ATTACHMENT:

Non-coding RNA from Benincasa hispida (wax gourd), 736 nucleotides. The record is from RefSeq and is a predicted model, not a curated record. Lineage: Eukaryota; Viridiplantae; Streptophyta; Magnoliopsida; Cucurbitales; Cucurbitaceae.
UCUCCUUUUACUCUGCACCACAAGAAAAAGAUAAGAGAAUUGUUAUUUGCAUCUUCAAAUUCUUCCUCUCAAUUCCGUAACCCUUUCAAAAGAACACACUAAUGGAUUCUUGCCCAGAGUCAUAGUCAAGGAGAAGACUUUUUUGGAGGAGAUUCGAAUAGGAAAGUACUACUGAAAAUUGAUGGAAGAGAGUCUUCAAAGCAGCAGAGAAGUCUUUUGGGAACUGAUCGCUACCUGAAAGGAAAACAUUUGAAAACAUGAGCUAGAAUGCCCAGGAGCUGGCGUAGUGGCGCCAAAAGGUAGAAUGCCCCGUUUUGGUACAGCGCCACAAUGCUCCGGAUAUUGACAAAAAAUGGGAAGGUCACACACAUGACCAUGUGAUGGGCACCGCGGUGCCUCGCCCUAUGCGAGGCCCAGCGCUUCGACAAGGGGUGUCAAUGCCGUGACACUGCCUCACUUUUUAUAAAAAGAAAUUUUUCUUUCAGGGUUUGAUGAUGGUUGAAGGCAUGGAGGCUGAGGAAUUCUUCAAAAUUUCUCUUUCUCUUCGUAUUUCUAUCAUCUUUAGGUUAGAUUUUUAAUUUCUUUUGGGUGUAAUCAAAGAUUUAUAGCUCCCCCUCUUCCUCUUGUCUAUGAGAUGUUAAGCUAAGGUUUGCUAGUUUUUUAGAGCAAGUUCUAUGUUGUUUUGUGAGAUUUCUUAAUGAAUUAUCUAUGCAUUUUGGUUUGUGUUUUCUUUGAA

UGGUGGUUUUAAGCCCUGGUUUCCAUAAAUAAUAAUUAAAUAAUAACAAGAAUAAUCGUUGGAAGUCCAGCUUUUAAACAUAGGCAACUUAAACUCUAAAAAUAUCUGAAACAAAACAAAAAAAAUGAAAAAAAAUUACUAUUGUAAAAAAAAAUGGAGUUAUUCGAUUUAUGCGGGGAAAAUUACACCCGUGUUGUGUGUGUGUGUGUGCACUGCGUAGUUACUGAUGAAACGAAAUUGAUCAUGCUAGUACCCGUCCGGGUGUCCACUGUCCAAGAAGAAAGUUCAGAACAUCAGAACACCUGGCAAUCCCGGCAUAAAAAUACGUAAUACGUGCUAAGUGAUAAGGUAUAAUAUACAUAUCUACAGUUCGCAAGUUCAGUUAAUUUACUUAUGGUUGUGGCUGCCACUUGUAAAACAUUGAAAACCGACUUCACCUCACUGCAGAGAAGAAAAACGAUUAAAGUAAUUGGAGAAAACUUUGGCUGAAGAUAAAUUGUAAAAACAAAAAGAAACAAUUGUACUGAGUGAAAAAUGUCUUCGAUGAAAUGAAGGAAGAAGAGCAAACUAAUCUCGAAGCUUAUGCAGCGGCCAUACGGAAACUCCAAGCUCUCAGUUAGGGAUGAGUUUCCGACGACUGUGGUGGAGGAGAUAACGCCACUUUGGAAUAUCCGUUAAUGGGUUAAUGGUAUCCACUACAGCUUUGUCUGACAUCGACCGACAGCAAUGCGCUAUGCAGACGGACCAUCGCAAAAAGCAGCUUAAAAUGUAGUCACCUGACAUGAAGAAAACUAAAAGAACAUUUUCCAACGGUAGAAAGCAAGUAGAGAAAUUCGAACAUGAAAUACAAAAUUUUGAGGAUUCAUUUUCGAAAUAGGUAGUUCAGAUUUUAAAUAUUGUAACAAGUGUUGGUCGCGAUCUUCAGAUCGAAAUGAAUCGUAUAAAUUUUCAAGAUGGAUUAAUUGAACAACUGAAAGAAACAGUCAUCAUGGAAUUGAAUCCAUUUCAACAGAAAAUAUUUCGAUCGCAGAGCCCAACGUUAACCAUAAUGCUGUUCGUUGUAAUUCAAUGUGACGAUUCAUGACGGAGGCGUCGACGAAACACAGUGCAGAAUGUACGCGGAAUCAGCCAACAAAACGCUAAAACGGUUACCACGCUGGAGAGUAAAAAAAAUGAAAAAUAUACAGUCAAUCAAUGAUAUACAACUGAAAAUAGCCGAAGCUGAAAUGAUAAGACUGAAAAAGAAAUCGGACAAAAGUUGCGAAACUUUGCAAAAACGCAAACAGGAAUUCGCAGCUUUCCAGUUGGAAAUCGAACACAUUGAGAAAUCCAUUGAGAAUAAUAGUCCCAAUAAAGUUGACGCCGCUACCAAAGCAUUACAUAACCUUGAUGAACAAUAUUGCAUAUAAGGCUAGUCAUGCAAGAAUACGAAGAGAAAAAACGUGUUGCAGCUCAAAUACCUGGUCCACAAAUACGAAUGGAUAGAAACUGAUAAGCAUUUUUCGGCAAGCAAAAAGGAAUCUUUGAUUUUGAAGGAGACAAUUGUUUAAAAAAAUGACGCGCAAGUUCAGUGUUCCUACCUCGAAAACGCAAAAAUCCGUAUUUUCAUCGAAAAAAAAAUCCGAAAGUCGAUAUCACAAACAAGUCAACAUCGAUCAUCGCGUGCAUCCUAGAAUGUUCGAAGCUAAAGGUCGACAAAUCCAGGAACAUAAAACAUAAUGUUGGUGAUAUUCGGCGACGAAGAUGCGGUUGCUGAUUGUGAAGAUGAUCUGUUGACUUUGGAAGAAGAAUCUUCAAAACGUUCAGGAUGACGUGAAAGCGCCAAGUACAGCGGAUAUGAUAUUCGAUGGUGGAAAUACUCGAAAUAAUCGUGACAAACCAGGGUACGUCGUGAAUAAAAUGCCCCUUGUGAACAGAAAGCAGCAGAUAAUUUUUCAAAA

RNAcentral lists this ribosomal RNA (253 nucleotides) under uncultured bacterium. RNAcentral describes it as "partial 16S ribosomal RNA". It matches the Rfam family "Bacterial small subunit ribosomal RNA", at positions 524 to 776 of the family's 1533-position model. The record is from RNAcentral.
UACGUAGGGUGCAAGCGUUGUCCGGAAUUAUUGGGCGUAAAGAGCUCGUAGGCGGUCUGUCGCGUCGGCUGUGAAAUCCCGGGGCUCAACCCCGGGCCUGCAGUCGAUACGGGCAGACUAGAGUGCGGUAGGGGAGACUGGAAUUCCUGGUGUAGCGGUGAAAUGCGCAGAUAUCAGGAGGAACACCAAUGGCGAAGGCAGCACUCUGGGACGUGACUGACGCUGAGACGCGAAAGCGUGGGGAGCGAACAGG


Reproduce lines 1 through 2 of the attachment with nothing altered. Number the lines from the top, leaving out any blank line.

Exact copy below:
Non-coding RNA from Benincasa hispida (wax gourd), 736 nucleotides. The record is from RefSeq and is a predicted model, not a curated record. Lineage: Eukaryota; Viridiplantae; Streptophyta; Magnoliopsida; Cucurbitales; Cucurbitaceae.
UCUCCUUUUACUCUGCACCACAAGAAAAAGAUAAGAGAAUUGUUAUUUGCAUCUUCAAAUUCUUCCUCUCAAUUCCGUAACCCUUUCAAAAGAACACACUAAUGGAUUCUUGCCCAGAGUCAUAGUCAAGGAGAAGACUUUUUUGGAGGAGAUUCGAAUAGGAAAGUACUACUGAAAAUUGAUGGAAGAGAGUCUUCAAAGCAGCAGAGAAGUCUUUUGGGAACUGAUCGCUACCUGAAAGGAAAACAUUUGAAAACAUGAGCUAGAAUGCCCAGGAGCUGGCGUAGUGGCGCCAAAAGGUAGAAUGCCCCGUUUUGGUACAGCGCCACAAUGCUCCGGAUAUUGACAAAAAAUGGGAAGGUCACACACAUGACCAUGUGAUGGGCACCGCGGUGCCUCGCCCUAUGCGAGGCCCAGCGCUUCGACAAGGGGUGUCAAUGCCGUGACACUGCCUCACUUUUUAUAAAAAGAAAUUUUUCUUUCAGGGUUUGAUGAUGGUUGAAGGCAUGGAGGCUGAGGAAUUCUUCAAAAUUUCUCUUUCUCUUCGUAUUUCUAUCAUCUUUAGGUUAGAUUUUUAAUUUCUUUUGGGUGUAAUCAAAGAUUUAUAGCUCCCCCUCUUCCUCUUGUCUAUGAGAUGUUAAGCUAAGGUUUGCUAGUUUUUUAGAGCAAGUUCUAUGUUGUUUUGUGAGAUUUCUUAAUGAAUUAUCUAUGCAUUUUGGUUUGUGUUUUCUUUGAA